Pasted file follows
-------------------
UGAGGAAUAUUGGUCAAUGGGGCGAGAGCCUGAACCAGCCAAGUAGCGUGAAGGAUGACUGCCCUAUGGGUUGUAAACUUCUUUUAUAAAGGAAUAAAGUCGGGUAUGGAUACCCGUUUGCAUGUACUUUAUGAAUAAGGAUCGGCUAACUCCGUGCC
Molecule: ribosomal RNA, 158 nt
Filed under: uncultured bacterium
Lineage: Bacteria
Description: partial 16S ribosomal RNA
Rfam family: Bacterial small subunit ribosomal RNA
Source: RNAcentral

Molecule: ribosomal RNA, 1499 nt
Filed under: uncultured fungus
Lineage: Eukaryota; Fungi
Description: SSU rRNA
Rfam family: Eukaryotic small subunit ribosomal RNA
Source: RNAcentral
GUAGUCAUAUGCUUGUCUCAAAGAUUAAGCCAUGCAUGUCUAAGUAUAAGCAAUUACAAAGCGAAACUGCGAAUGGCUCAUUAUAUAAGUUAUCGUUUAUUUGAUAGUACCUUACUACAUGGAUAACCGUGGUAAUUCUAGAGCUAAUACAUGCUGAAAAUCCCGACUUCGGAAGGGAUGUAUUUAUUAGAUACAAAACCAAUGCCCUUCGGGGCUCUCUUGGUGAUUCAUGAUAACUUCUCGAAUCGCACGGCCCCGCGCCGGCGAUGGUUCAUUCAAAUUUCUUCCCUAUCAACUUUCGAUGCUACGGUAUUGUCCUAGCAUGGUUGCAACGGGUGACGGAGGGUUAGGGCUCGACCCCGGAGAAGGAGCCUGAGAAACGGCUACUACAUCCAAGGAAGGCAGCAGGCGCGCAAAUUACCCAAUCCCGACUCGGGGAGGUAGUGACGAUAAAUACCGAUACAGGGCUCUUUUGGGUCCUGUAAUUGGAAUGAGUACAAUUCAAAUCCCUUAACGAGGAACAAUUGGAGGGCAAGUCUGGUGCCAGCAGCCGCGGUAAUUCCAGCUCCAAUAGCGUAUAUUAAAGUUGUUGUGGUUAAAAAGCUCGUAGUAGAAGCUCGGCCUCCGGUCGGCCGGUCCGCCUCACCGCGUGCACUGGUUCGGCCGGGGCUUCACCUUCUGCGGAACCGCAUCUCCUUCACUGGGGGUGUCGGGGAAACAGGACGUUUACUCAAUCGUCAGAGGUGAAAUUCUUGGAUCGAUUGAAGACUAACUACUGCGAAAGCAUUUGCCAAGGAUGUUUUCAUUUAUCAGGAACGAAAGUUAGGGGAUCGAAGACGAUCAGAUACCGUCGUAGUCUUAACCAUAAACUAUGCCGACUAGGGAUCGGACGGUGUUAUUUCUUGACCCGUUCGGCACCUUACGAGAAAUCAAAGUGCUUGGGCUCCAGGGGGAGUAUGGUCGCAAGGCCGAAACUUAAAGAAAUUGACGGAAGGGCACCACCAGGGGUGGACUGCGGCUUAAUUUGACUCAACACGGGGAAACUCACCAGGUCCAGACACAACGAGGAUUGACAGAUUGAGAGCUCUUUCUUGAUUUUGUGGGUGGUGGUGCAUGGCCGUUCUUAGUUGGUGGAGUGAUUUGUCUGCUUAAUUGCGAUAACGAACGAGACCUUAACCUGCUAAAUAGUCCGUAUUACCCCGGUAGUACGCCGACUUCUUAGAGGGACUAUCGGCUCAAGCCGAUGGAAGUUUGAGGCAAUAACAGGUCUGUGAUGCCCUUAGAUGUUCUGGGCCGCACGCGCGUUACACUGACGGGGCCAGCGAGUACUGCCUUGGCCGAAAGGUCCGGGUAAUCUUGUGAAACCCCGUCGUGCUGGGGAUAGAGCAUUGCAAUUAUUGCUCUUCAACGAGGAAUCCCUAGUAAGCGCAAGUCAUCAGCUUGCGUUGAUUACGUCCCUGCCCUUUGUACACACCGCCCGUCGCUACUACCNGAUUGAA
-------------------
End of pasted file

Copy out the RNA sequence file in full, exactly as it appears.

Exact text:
UGAGGAAUAUUGGUCAAUGGGGCGAGAGCCUGAACCAGCCAAGUAGCGUGAAGGAUGACUGCCCUAUGGGUUGUAAACUUCUUUUAUAAAGGAAUAAAGUCGGGUAUGGAUACCCGUUUGCAUGUACUUUAUGAAUAAGGAUCGGCUAACUCCGUGCC
Molecule: ribosomal RNA, 158 nt
Filed under: uncultured bacterium
Lineage: Bacteria
Description: partial 16S ribosomal RNA
Rfam family: Bacterial small subunit ribosomal RNA
Source: RNAcentral

Molecule: ribosomal RNA, 1499 nt
Filed under: uncultured fungus
Lineage: Eukaryota; Fungi
Description: SSU rRNA
Rfam family: Eukaryotic small subunit ribosomal RNA
Source: RNAcentral
GUAGUCAUAUGCUUGUCUCAAAGAUUAAGCCAUGCAUGUCUAAGUAUAAGCAAUUACAAAGCGAAACUGCGAAUGGCUCAUUAUAUAAGUUAUCGUUUAUUUGAUAGUACCUUACUACAUGGAUAACCGUGGUAAUUCUAGAGCUAAUACAUGCUGAAAAUCCCGACUUCGGAAGGGAUGUAUUUAUUAGAUACAAAACCAAUGCCCUUCGGGGCUCUCUUGGUGAUUCAUGAUAACUUCUCGAAUCGCACGGCCCCGCGCCGGCGAUGGUUCAUUCAAAUUUCUUCCCUAUCAACUUUCGAUGCUACGGUAUUGUCCUAGCAUGGUUGCAACGGGUGACGGAGGGUUAGGGCUCGACCCCGGAGAAGGAGCCUGAGAAACGGCUACUACAUCCAAGGAAGGCAGCAGGCGCGCAAAUUACCCAAUCCCGACUCGGGGAGGUAGUGACGAUAAAUACCGAUACAGGGCUCUUUUGGGUCCUGUAAUUGGAAUGAGUACAAUUCAAAUCCCUUAACGAGGAACAAUUGGAGGGCAAGUCUGGUGCCAGCAGCCGCGGUAAUUCCAGCUCCAAUAGCGUAUAUUAAAGUUGUUGUGGUUAAAAAGCUCGUAGUAGAAGCUCGGCCUCCGGUCGGCCGGUCCGCCUCACCGCGUGCACUGGUUCGGCCGGGGCUUCACCUUCUGCGGAACCGCAUCUCCUUCACUGGGGGUGUCGGGGAAACAGGACGUUUACUCAAUCGUCAGAGGUGAAAUUCUUGGAUCGAUUGAAGACUAACUACUGCGAAAGCAUUUGCCAAGGAUGUUUUCAUUUAUCAGGAACGAAAGUUAGGGGAUCGAAGACGAUCAGAUACCGUCGUAGUCUUAACCAUAAACUAUGCCGACUAGGGAUCGGACGGUGUUAUUUCUUGACCCGUUCGGCACCUUACGAGAAAUCAAAGUGCUUGGGCUCCAGGGGGAGUAUGGUCGCAAGGCCGAAACUUAAAGAAAUUGACGGAAGGGCACCACCAGGGGUGGACUGCGGCUUAAUUUGACUCAACACGGGGAAACUCACCAGGUCCAGACACAACGAGGAUUGACAGAUUGAGAGCUCUUUCUUGAUUUUGUGGGUGGUGGUGCAUGGCCGUUCUUAGUUGGUGGAGUGAUUUGUCUGCUUAAUUGCGAUAACGAACGAGACCUUAACCUGCUAAAUAGUCCGUAUUACCCCGGUAGUACGCCGACUUCUUAGAGGGACUAUCGGCUCAAGCCGAUGGAAGUUUGAGGCAAUAACAGGUCUGUGAUGCCCUUAGAUGUUCUGGGCCGCACGCGCGUUACACUGACGGGGCCAGCGAGUACUGCCUUGGCCGAAAGGUCCGGGUAAUCUUGUGAAACCCCGUCGUGCUGGGGAUAGAGCAUUGCAAUUAUUGCUCUUCAACGAGGAAUCCCUAGUAAGCGCAAGUCAUCAGCUUGCGUUGAUUACGUCCCUGCCCUUUGUACACACCGCCCGUCGCUACUACCNGAUUGAA